However, it is undoubted that, as with any system that is completely free at the point of delivery, there is significant abuse. Only a small minority of patients abuse the system, but because this small number tend to abuse repeatedly, the effects on the system are nonetheless significant. Such abusive use of services results in extra costs and longer waiting times and waiting lists for deserving patients.
It is imperative that our efforts should first be directed at curbing such abuse. This is why many other countries have introduced nominal fees for certain items of service. This is based on the principle that a small nominal fee will deter an individual from using a service he does not need, but will not discourage someone to seek a service he needs.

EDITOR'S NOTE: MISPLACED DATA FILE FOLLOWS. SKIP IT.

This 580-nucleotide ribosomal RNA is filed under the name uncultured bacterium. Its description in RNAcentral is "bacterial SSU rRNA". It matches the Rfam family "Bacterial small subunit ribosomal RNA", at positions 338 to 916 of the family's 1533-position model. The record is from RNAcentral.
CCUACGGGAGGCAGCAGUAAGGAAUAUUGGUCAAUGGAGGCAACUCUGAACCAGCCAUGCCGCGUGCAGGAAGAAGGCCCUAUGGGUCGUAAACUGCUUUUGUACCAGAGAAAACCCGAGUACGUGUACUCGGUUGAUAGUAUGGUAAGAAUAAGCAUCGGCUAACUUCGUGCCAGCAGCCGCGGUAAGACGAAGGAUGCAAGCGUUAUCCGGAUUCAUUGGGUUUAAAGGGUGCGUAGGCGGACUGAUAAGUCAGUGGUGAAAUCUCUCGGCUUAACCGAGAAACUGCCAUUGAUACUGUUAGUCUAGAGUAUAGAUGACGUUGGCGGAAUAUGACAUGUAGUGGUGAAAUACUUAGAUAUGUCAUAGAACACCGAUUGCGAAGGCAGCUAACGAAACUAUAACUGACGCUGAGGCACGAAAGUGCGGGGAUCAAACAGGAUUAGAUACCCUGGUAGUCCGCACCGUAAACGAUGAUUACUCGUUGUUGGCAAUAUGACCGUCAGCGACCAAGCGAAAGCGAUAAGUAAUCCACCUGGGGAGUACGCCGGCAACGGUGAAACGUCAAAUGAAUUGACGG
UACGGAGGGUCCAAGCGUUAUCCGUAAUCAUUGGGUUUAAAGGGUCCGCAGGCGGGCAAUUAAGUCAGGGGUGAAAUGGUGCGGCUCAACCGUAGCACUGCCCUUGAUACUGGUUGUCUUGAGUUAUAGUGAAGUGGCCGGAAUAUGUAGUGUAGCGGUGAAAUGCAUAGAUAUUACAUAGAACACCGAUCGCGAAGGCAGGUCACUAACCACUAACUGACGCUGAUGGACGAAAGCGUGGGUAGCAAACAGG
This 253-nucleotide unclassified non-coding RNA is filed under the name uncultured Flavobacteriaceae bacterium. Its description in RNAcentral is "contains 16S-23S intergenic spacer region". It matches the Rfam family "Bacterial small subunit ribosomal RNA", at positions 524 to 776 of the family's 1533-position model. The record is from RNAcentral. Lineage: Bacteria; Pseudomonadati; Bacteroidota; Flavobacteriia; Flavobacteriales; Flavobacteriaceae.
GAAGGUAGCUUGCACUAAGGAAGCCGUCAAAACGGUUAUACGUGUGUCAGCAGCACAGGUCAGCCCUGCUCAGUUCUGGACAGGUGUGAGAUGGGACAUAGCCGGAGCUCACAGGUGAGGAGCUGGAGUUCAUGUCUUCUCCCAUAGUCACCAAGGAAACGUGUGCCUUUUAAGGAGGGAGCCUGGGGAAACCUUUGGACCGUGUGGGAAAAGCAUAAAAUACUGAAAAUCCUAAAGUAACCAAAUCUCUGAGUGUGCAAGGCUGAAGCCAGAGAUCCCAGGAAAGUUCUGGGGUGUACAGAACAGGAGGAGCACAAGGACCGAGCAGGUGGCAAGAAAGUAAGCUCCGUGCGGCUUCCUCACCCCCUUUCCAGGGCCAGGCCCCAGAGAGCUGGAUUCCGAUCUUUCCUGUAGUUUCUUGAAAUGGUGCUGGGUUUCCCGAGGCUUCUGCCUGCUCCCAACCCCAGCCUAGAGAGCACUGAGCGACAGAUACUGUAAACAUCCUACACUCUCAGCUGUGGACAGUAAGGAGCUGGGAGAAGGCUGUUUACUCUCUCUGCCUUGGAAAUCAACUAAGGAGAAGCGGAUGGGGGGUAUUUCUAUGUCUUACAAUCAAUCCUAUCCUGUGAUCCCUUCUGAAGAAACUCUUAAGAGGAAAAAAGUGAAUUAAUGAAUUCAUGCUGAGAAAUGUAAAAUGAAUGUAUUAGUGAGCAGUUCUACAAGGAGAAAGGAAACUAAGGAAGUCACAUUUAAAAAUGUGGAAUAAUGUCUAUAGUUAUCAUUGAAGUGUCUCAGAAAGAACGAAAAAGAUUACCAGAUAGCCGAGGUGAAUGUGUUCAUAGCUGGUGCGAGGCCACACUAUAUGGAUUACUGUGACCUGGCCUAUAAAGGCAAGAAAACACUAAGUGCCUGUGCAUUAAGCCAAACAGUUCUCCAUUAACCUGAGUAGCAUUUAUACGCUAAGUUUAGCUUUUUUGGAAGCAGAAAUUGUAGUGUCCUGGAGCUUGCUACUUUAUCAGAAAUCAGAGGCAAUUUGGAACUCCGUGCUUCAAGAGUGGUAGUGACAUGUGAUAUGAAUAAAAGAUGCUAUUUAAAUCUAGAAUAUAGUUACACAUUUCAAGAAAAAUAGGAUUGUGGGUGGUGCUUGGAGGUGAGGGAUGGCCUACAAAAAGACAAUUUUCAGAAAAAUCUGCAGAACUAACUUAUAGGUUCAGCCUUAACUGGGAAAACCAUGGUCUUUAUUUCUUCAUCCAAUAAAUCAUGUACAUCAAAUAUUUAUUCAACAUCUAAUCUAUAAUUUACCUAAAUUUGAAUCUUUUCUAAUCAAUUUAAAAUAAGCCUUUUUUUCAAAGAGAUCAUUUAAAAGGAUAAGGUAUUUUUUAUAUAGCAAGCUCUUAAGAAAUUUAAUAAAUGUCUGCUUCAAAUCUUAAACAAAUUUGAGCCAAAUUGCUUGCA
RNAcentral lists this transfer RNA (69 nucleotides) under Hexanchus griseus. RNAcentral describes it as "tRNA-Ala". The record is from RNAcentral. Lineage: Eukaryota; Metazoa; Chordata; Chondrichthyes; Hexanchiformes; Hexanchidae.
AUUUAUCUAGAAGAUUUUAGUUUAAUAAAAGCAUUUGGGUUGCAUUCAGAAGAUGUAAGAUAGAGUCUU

This is where the means test fails. If this were to be introduced there would no deterrent to a sector of the population. As there is no evidence that any one sector of the population is less likely to abuse health services than others, introduction of fees based on means testing would not be successful in curbing abuse. This would result in some people paying twice for health service (directly and through taxation), while others may continue to abuse of it.
In some countries, certain categories, for example pregnant women, are exempt for payment of such nominal fees. This is not based on income but on the fact the problem with such categories is usually underuse rather than abuse of health services. Means testing also suffers from another serious drawback: it is an open secret that even today, means testing may not always reflect a person's true financial status.